Blesy cautioned against losing the personal element that keeps customers coming back, especially in businesses that revolve around human relationships.

“Personal engagement in the studio is something that can't be replaced,” she said, suggesting that [solidcore] might explore AI applications in its backend technology. "We're really doubling down on that personal experience, working with a coach individually. What does it feel like when you come into one of our locations? Somebody knowing your name, knowing about you is so important.”

Lamontagne agreed, arguing that what AI can do for a company largely depends on how mature that company is. (At Sprouts, he uses Power BI to inform his decision-making, especially when it comes to expanding into new territories.) But even the most advanced automation technology can’t replace the power of a human touch. He recalled a recent trip to Ace Hardware, where he was about to drag several heavy bags of salt to his car when the cashier touched his wrist and told him not to worry: their team would handle it.

"That's what resonated in my head—nothing else, not the price," he said. "There was this bond and that connection. I'm always gonna buy salt from that Ace Hardware every time I need it now. They’ve got a customer for life."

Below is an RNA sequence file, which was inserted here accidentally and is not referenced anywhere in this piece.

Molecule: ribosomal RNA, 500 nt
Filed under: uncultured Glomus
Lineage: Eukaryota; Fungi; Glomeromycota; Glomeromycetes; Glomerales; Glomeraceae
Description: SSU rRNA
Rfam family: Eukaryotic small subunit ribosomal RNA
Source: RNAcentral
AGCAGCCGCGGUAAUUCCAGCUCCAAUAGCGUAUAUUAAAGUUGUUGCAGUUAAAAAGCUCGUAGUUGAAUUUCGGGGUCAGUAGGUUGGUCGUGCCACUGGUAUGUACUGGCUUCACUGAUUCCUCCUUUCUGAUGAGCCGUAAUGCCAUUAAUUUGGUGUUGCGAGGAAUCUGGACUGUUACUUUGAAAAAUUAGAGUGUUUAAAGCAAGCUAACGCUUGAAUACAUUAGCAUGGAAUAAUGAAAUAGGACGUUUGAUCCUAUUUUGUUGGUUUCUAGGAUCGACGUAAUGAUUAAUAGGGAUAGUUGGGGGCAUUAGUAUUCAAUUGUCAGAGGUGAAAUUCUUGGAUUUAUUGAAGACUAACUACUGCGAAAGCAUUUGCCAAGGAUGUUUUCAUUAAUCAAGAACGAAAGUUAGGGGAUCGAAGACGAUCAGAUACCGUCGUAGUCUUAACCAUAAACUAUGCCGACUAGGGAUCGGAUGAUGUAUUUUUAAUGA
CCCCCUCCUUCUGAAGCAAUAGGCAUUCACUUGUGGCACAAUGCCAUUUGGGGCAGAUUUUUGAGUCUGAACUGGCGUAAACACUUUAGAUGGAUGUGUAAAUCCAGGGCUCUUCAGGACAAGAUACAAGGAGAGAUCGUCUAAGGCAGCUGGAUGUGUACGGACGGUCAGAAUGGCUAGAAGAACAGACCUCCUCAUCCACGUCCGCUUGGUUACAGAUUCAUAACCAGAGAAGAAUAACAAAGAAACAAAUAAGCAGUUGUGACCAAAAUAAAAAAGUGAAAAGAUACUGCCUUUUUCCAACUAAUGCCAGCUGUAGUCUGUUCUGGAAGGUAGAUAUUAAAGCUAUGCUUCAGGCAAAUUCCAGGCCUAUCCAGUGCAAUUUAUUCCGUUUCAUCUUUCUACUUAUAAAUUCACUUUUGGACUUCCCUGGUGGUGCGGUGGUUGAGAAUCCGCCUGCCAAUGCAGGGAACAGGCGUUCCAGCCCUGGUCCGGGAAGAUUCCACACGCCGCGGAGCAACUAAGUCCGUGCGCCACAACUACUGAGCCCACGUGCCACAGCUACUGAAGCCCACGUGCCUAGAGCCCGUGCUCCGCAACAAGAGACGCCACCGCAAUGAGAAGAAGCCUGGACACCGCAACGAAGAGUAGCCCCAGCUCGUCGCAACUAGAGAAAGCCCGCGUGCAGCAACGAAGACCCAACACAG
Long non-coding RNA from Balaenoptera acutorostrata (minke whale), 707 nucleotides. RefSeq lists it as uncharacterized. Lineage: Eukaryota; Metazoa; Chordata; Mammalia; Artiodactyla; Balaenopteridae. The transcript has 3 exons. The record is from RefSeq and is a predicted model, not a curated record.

Sustainability Front and Center

Sustainability efforts are top of mind, especially for retailers who cater to Millennial and Gen Z customers concerned with spending their money responsibly. For [solidcore], this translates to vigilance in the development and construction process.

“It really has to do with not adding too much stuff to our buildouts: not layering on a lot of decoration, not layering on a lot of obsolete pieces,” Blesy explained. “It’s being thoughtful: is this material going to last? Both aesthetically and durability-wise, for the duration of at least the first lease term, so that we aren't throwing things away.”

From her perspective at a rather larger retailer, Gallagher added that it’s important to look at the social aspects of sustainability as well.

“My teams right now are focused on, can we take any of our dark locations and partner with the communities? Can we give back in other ways that kind of change the footprint?” she said. “In order for us to really move it forward, it isn't just gonna be 'can we go to more sustainable materials' or 'can we get rid of the floor covering and just do concrete,' but it's gonna be these layering impacts that we have.”

Building Resiliency & Flexibility 

Another persistent challenge: navigating remote work paradigms. The panelists acknowledged both the importance of in-person work and the need for organizations to stay flexible.

"You have to have a reason to come in and make it worth the effort," Blesy said, clarifying that this is both a design challenge and a cultural one. “How do you both physically and culturally curate that environment so that people don't question the time commitment of making the effort to come into the office?”